Mike Matvey
Mike Matvey
I think for my son, Charlie, Christmas really is “the most wonderful time of the year.”

After all, he starts planning for the next Christmas the day Christmas is over.

With eyes of wonder, he is full of anticipation for what is to come. And it really starts to ramp up after Thanksgiving with lists, and revisions to the lists, and more lists.

It is a frenzied time for an 8-year-old whose interests careen from baseball to baseball cards to basketball. During the winter months, he has basketball with practices and games. And baseball will soon begin again, with indoor practices. Weekends are a blur.

And then there is the ever-present battle of the iPad, which is akin to the Hundred Years’ War between France and England. As we constantly try to limit screen time, he is asking for more. It may never end. Probably the worst present — in the eyes of my wife and I — “Santa” has ever gotten him. Three years ago, we had hidden the iPad in the Christmas tree and forgot to tell him that it was there until later in the day. As soon as he opened it, the battle began.

He is not too far off from when I was a kid. Sure that was 40 years ago, but every child can’t wait for the beginning of Christmas, can’t wait for the day to get here and is upset when it is over. And I always hate the old canards of “Back in my day” or “Kids these days don’t understand,” because I am sure that I would be doing the same thing he is doing now if I were his age. How much time did we spend in front of the Atari 2600? Or watching MTV over and over and over again? How is that different from watching an iPad?

One of the traits that is hardest to instill in him is that aspect of waiting and slowing your life down. Heck, no one wants to wait for anything these days. I am as guilty as anyone. And Advent is certainly a time of waiting; waiting for the birth of Jesus. And that is why in this time of shopping frenzy and increased connection to the world of social media, it is time to unplug — especially that iPad — and think about what is important.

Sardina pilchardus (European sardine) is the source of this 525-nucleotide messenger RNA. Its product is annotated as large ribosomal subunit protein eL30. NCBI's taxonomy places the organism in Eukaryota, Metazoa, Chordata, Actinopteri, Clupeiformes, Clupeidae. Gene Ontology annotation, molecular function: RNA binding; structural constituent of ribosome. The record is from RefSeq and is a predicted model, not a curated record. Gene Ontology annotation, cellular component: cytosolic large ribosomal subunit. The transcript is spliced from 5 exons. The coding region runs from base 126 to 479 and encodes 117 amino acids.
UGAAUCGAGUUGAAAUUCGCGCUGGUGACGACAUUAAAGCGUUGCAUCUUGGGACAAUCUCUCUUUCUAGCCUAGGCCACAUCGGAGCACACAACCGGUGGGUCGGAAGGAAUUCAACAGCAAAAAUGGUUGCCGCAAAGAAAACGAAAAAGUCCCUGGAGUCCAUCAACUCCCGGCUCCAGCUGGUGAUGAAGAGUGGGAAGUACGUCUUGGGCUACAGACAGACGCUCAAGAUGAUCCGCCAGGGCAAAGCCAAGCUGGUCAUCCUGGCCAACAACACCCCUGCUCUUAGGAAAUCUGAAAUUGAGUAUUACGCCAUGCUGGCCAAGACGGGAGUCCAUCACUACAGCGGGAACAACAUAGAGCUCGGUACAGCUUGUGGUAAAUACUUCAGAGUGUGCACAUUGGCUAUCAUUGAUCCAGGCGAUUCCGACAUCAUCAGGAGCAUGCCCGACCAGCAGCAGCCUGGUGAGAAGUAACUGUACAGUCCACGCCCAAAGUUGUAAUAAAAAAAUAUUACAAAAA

In a recent Mary DeTurris Poust column (“Be an active participant in your life,” The Evangelist, Nov. 10), she talks about the importance of meditation, saying, “When we get out of our own way, the 20 minutes that seemed impossible to manage one day becomes impossible to live without just a few weeks later.”

It is true. If you were to meditate or pray for even one minute a day to start, the next day you are likely to miss that time of reflection. And then the next day, that one minute becomes two. It is in these quiet times and places that we find what is really important: faith and family.

Since Advent began, I have tried to take time out of the day to close my eyes and think about what is important to me and how to be a better, faith-filled father. In a story in last week’s paper, St. Edith Stein said she tried to begin the day in the presence of God. A short prayer asking God to help us be better Christians is never a bad start. If you are placing ornaments on the Christmas tree, say a short prayer for anyone who you think needs it. The beginning of the Prayer of St. Francis always works, “Lord, make me an instrument of your peace.” I often say it when I am running around the neighborhood as a calming mantra.

Last week, I told Charlie we are going to close our eyes and be quiet for one minute and think about Jesus and how we are awaiting his birth in a few short weeks.

After a minute, I told him to open his eyes and said, “How did that feel?”

He said, “Great, now can I watch my iPad?”

I guess you have to crawl before you learn to walk on your own.

Merry Christmas from The Evangelist family to your family this year!